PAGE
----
It is no understatement to say that anatman—the Buddha’s teaching of no-self or no-soul—is a tricky one to grasp. It is often the case that only people with deep and well established meditation practices get a glimpse of this teaching from an experiential standpoint. And until that happens, the philosophical and psychological dimensions seem like a quagmire of contradictions, and certainly run counter to “common” sense. But, common sense itself is based in the ignorance that causes suffering, so it too should be subject to scrutiny. (That, however, is another post)

 

So let me start off by saying that the Buddha did not teach that there was no-self, or no-soul in an absolute sense. The Sanskrit word, an-atman had a very precise meaning in the ancient Hindu religion. Atman means soul, and the Hindus taught that the soul was eternal, ever existing, never born, never dying, etc. And it passed from life to life to life in an endless cycle (samsara). In fact, as a side note, it was the point of many Hindu religious traditions (Hinduism is a word that covers hundreds of different religions) to find a way for atman to escape the endless cycle of birth and death. So the an– prefix means no. so anatman means no-soul, or no-self. BUT, since atman was eternal, what the Buddha was arguing was that there was no ETERNAL self or soul.

 

Everything in Buddhism is based in experience. So the first way to understand what the Buddha meant was that we have no experience of an eternal self or soul.  We do, in fact, have an experience of a self—I have a self, you have a self, everyone does. But that self and the experience itself is always in flux, always changing. This is due to two other Buddhist teachings that are in fact fundamental laws of the universe.

 

First, everything is impermanent. Everything changes. Everything has a birth, ages and dies. This is easy to see in nature, the change of seasons, the fact that living beings are born, age and die. Astrophysicists show us the same thing in stars and galaxies. So change is everywhere. Some change happens relatively quickly (day to night), some much more slowly (a star being born aging and dying over billions of years) But it is deeper. According to Buddhist teaching each moment of experience, the present moment, is composed of something like 54,000 distinct points that are constantly changing (I don’t know about you, but my meditation practice is no where near deep enough to detect this). So each moment is roiling with change. Thus, by rights, our soul or self is also in a constant state of change.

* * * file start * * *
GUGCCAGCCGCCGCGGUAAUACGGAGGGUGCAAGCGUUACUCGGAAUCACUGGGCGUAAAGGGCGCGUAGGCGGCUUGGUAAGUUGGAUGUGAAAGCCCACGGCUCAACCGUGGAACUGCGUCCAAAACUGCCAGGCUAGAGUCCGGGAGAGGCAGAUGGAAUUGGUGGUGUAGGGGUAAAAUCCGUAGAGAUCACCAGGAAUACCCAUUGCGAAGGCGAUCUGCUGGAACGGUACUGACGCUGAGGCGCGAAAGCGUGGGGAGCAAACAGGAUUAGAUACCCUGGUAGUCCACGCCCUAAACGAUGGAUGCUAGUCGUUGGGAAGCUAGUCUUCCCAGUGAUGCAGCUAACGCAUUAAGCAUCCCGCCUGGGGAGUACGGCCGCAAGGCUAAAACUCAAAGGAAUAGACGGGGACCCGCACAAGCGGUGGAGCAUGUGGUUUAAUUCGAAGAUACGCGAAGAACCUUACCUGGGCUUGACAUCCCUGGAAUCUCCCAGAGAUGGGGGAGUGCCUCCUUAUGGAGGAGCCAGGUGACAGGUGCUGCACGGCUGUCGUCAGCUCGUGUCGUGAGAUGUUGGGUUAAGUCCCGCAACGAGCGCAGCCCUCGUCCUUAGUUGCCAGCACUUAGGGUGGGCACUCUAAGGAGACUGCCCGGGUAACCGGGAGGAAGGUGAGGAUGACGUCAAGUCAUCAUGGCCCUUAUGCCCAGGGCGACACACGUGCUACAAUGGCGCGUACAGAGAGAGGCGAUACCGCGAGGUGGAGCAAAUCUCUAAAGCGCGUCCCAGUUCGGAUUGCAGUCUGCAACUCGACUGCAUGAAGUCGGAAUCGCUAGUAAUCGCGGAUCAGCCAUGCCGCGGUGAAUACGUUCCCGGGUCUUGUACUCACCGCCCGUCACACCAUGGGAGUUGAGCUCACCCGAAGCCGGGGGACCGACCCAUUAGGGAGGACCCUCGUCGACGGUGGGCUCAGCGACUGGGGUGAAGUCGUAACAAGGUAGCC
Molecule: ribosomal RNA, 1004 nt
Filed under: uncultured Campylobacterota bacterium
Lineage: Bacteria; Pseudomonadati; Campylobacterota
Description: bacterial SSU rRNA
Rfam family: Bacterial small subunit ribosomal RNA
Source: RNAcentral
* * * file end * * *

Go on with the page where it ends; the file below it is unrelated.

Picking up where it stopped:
So, here is an experiment: are you, the person who is reading this obtuse response, the same person as when you were 5? I’ll be the answer was no. You are a different person now, with different experiences, desires, responsibilities, etc. So, your self/soul has changed. But, and here’s the rub in a nutshell, you can say, “Well, Daniel, when I was 5 I loved to play soccer.” So just after admitting that you had changed, you have connected your experience from the past to today in your mind. There is an “I” who then loved soccer and who now is remembering it and saying, in effect, that “I” was the one then and “I” am the one now.

 

Zen teachers and philosophers like Alan Watts would put it very simply. The “I” who is now and the “I” that was then is just a fiction. The philosopher Immanuel Kant said that the “I” was just a function of the mind used to organize experience so that we could connect one moment of experience to the next. But this is the thing. IT DOES NOT EXIST. The “I” is just a trick of the mind. Watts said it like this, the “I” is a fiction of the mind, but it is a useful fiction until we take it as real, then it is the source of suffering.

 

The second Buddhist truth is that everything is conditioned, everything is made of parts. And with the soul or self there are five: form (body), feeling tone (the immediate experience of positive, negative, and neutral in any experience—I have a post called “Muddy Water” that talks about feeling tones), perception (interpretation or judgment of experience), mental formations (emotions, thoughts, memory) and consciousness. These five conditions come together in any experience to form what we call a self or soul. But, like everything else, each of these streams is constantly changing as well, so therefore does our self/soul.

 

Let’s take body or form. Obviously as we get older our bodies change and so our sense of self changes. I may not be able to do things I used to. As a man I have no obvious experience, but women feel the change on a regular basis through menstruation, pregnancy, etc. The same is true of the rest. It is an interesting implication of the whole thing to consider the mental formations dimension.

 

So, say by now you are loving this post and thinking I am a really helpful person for posting this blog entry, so your mind is filled with positive emotions, etc. But then you get a text from someone you don’t care for and your experience goes from positive to negative. Your self/soul has just changed (keep in mind that you may not notice the change because of the I, the ego, that believes it is the constant, but again that is the idea of yourself, and not the experience of yourself.) It is hard to fathom intellectually, but easy to grasp experientially: I am a different self when I am angry as when I am happy simply because my experience is different. It is only the I/ego that connects the two that I take to be real and unchanging. But then, in that case, as we all seem to do, I am taking a mental function to be an ontological reality. It is like taking a remote to be the source of the tv. Just as a remote turns on the tv, so does the ego or “I” organize and unify my ongoing experiences. But I am not the ego function anymore than the remote is the source of the tv.

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